All of this will start to appear in the US from next Spring. It follows a similar integration between Fedex and Adobe’s Magneto tech and fits neatly with the wider focus on e-commerce that the carrier has demonstrated of late. While back in 2016, CEO Fred Smith was dismissive of e-commerce, all that has changed as COO Raj Subramaniam confirmed recently.:

The e-commerce market will continue to be a growth engine globally. And if anything has become clear over the past year, it’s the contribution of our industry provides to the e-commerce value chain.

Fedex CMO Brie Carere added:

Enterprise growth in fiscal year 2022 will be primarily driven by US domestic e-commerce growth, followed by strength in B2B and international and a focus on revenue quality. In the United States, the flourishing U.S. domestic parcel market will continue to provide opportunity in the coming years. The US domestic parcel market is expected to surpass 107 million packages a day in calendar year 2022, with e-commerce contributing 88% of total US market growth.

Fedex isn’t alone in doubling down on digital tech to shore up its defences against the likes of Amazon. UPS has just announced plans to acquire Roadie, provider of a tech platform to connect retailers and customers with gig economy drivers to offer same day local delivery services. The platform matches available drivers from a pool of 200,000 verified individuals, with parcel deliveries heading in the same direction as the delivery address. The firm reckons its service covers 90% of US households. Roadie's customers include some big names, including The Home Depot, Walmart, Best Buy and Delta Air Lines.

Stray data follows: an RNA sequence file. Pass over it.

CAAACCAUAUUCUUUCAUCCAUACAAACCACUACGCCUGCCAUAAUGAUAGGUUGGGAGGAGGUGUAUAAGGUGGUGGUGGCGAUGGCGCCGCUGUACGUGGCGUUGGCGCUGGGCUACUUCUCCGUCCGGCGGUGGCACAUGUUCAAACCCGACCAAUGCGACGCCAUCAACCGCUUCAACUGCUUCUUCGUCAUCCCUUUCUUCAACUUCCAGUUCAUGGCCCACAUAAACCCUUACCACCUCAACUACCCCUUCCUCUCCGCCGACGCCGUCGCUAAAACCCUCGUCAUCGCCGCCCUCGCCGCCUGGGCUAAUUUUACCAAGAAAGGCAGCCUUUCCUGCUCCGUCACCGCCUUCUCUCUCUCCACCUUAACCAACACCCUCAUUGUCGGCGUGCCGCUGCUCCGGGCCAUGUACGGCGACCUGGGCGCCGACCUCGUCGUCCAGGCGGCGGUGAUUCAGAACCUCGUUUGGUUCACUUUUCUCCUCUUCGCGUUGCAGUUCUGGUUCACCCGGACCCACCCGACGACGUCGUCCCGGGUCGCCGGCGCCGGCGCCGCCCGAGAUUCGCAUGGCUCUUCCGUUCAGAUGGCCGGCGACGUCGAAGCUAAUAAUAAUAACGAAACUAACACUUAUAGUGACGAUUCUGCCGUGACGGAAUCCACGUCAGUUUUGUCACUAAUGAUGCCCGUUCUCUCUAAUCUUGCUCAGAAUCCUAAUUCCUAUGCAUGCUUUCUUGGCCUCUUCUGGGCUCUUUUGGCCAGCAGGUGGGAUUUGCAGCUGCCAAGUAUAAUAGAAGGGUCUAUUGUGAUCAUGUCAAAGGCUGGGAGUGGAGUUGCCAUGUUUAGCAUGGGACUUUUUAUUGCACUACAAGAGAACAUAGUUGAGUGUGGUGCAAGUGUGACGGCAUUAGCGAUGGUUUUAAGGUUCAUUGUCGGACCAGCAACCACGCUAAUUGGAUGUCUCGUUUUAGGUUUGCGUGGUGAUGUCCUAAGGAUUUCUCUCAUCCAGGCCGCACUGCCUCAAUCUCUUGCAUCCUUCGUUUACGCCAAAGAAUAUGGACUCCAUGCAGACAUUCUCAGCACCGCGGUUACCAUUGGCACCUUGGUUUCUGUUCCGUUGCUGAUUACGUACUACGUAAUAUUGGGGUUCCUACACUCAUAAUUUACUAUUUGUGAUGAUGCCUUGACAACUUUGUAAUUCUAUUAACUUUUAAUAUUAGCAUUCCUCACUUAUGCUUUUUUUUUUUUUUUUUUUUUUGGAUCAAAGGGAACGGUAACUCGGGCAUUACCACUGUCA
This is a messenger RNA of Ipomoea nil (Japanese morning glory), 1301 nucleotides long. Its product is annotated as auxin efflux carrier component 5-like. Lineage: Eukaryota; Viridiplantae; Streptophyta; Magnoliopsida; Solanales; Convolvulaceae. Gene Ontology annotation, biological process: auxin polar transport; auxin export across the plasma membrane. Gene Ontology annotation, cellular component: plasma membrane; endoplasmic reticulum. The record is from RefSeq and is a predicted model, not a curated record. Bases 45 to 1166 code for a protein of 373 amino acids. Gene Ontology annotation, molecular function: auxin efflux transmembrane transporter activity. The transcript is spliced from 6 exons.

UPS said in a statement:

Roadie often provides service for shipments not compatible with the UPS network because of their size and perishable nature, and often because they are in shopping bags without the packaging required to move through the UPS system.

Roadie’s leading technology, combined with UPS’s portfolio, will open doors for new growth opportunities. Roadie’s technology platform also will provide opportunities to improve existing, and potentially add additional, UPS small package capabilities. The Roadie technology platform is purpose-built to connect merchants and consumers with contract drivers to enable efficient and scalable same-day local delivery services nationwide.

Meanwhile DHL eCommerce, the US arm of German logistics giant Deutsche Post, plans to spend more than $300 million in facilities and automation over the next five years to expand iDHL’s growing global e-commerce business. The investment will add 70% more square footage across its US network as well as be used to upgrade its tech platforms. Lee Spratt, CEO, DHL eCommerce Solutions, Americas, said:

As our network grows and we become more efficient through automation, our customers will benefit by getting their goods quicker to their eager consumers. We are investing long-term because we believe consumers will continue to buy more online, and we will see additional online shops popping up, so we want to be prepared to meet this future demand.”

My take

A series of manoeuvres by incumbent and long-standing providers that reflect a febrile market sector going through a period of massive disruption. What happens next? More Amazon, is the safe bet. Everything else is up for grabs, but expect more drilling down on digital solutions to deliver the goods.